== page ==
Federal grant helps parents attending community college with child care costs

Two Maricopa County community colleges received a federal grant to help parents of preschool-aged children access child care while attending college.

The Children’s Center at Mesa Community College (MCC) and the Children’s Learning Center at GateWay Community College (GWCC) are recipients of the Child Care Access Means Parents in School (CCAMPIS) grant, which provides $58,368 a year for four years to support student parents attending college at each location, according to a press release.

“This grant is highly competitive as there are not many grant opportunities providing for this kind of help for early childhood,” said Kris Bliss, director of student services at MCC. “MCC has had this grant for 12 years prior — we missed out on the last funding cycle and are excited to get it back.”

CCAMPIS is a federal grant fully funded by the United States Department of Education from Oct. 1, 2019, to Sept. 30, 2023.

The grant also supports students at Arizona State University — the only four-year institution in Arizona to receive it — and Central Arizona College, Bliss said.

“The MCC Children’s Center has been the recipient of this grant in the past, and we are happy we were again successful,” said Kenichi Maruyama, grant coordinator at MCC. “Research shows on-campus preschool programs improve student retention and persistence. The bulk of the grant will provide child care tuition subsidies for our Pell-receiving student parents.”

The CCAMPIS grant helps students succeed by providing a safe, high-quality preschool environment at an extremely low cost, Bliss said. It also helps with student retention, she said.

“Also, the convenience of having the preschool on campus makes it easier for student parents in terms of transportation — they only have to go to one place rather than multiple for dropping children off at preschool, and then to school for themselves,” Bliss said. “Student parents can build study time into their schedule, giving them more time to ensure they are successful in classes.”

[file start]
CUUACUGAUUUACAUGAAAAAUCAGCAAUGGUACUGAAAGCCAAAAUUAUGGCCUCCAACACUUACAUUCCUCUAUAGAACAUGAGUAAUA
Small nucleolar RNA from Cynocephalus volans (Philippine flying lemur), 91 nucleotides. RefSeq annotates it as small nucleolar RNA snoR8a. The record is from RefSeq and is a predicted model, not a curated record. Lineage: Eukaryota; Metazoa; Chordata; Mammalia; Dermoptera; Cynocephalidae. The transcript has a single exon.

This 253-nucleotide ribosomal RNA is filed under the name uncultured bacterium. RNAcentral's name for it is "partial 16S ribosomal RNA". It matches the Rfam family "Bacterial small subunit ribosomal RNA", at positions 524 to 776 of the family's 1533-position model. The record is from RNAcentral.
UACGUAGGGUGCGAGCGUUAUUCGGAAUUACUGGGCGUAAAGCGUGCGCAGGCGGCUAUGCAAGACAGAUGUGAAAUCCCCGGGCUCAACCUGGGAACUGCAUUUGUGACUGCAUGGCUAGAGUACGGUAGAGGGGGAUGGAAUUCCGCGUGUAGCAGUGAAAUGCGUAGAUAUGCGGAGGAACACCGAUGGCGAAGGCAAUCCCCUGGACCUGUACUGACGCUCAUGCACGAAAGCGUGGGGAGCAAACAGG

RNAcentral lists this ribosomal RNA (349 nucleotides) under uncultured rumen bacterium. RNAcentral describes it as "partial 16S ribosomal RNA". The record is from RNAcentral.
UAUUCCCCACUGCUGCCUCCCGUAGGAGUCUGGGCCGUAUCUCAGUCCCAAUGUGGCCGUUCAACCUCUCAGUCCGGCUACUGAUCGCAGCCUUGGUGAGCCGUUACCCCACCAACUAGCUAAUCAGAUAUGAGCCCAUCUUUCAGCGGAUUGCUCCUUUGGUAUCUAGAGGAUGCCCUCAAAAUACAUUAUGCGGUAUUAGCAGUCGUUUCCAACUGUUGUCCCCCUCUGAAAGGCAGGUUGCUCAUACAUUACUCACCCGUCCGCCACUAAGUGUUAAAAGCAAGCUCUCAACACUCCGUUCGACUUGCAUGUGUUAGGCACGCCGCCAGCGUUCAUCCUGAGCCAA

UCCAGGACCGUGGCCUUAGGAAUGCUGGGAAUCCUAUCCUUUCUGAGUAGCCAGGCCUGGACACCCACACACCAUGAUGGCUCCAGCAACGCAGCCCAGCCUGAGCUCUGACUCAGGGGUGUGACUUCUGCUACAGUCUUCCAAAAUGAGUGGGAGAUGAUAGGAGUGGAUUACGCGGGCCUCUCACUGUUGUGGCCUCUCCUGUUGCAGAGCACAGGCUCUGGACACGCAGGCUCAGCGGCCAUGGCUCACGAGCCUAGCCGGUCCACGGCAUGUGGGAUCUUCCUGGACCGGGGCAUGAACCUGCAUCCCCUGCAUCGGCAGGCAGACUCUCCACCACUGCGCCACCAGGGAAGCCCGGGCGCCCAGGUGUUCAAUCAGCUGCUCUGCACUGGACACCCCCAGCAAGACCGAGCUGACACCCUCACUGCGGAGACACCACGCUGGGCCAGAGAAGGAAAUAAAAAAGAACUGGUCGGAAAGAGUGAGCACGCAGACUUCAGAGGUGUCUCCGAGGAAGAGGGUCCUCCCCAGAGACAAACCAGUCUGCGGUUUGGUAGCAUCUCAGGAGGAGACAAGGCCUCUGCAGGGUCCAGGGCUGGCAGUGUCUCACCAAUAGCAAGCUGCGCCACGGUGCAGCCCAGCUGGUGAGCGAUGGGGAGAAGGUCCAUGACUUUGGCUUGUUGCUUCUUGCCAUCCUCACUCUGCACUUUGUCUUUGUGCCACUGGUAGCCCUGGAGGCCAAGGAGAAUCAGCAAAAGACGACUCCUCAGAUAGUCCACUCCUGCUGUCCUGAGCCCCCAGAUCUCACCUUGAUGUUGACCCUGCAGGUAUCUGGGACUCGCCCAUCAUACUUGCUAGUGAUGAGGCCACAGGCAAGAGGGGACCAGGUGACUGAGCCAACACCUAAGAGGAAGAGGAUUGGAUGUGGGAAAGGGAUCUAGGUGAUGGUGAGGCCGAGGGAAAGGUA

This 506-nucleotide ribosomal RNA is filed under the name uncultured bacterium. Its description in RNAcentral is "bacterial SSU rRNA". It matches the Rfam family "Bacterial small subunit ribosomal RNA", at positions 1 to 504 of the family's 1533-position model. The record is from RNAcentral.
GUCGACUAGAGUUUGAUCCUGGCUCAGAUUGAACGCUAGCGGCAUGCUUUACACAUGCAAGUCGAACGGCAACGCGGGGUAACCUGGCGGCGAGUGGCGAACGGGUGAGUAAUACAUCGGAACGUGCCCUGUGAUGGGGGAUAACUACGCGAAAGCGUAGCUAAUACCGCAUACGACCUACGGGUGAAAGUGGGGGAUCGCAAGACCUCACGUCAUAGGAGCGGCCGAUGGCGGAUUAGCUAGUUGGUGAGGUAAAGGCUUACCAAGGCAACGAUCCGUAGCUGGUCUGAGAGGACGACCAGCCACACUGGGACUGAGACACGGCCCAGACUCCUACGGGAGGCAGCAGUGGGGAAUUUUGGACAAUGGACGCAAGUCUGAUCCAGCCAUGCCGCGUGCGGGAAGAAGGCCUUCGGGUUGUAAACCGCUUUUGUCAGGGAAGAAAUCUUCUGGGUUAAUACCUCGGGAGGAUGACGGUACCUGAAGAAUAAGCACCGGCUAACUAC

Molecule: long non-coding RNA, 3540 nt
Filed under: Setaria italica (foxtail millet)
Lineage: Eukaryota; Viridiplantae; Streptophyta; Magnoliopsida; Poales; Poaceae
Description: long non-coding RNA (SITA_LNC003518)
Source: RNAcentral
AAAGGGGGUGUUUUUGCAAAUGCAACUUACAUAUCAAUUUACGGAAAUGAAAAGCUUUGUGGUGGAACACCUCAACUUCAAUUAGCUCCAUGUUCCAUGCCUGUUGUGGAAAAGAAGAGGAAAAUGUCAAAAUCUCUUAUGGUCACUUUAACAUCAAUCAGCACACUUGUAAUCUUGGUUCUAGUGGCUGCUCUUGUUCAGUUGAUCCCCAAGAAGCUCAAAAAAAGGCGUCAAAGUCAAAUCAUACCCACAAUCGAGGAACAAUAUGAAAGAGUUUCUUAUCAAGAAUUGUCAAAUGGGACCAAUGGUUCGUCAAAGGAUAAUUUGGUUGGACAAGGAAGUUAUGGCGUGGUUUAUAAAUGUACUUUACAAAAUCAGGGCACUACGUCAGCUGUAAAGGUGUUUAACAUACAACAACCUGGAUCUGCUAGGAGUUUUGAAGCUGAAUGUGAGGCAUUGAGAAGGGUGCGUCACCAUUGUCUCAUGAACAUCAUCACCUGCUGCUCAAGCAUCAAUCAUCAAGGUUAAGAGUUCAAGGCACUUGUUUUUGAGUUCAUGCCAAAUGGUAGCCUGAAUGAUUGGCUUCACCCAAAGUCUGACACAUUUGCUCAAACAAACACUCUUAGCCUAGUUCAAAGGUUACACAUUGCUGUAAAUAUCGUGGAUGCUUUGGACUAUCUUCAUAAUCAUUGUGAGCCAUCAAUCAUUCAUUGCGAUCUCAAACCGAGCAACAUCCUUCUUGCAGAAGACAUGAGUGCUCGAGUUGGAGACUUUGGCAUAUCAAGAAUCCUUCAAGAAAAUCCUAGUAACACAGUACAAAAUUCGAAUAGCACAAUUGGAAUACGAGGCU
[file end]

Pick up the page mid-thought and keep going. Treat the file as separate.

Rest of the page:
Student parents transferring from a community college to ASU’s Tempe campus will have priority enrollment in one of the university’s preschool programs, creating a seamless path for student parents who require child care while attending classes.

“GateWay Community College has a minority-majority student body and is designated as a Hispanic Serving Institution/Title V school,” said Leia Wilson, director for the Children’s Learning Center at GWCC. “If you look at the research, underrepresented college students are disproportionately likely to be parents.”

There is a “great” need for assistance with child care services for student parents at GWCC, Wilson said.

“Research shows that parents, especially single mothers, who have access to affordable, high-quality child care are more likely to complete their degree program and graduate on time,” she said. “With the help of this grant, our student parents are able to persist in reaching their educational goals. The CCAMPIS grant has allowed GateWay to serve up to ten families recently, many of whom are single mothers and first-generation college students.”

The CCAMPIS grant also supports students’ children attending summer camps at the child care centers on campus. There is not usually a waitlist in the summer, but MCC typically has a waitlist of 10 students during the fall and spring semesters, Bliss said.

“We serve approximately 80 families each year,” she said. “Our capacity is limited due to state licensing, size of the space, and how we enroll. Children can only attend while their parents are in classes and/or on campus to allow as many students to use the services as possible.”

Both colleges offer four-star programs — as ranked by the state’s Quality First program — licensed by the state Department of Health Services and authorized by the state Department of Economic Security, according to the press release. The Children’s Center preschool program at MCC is also accredited by the National Association for the Education of Young Children (NAEYC).

Graham Bosch

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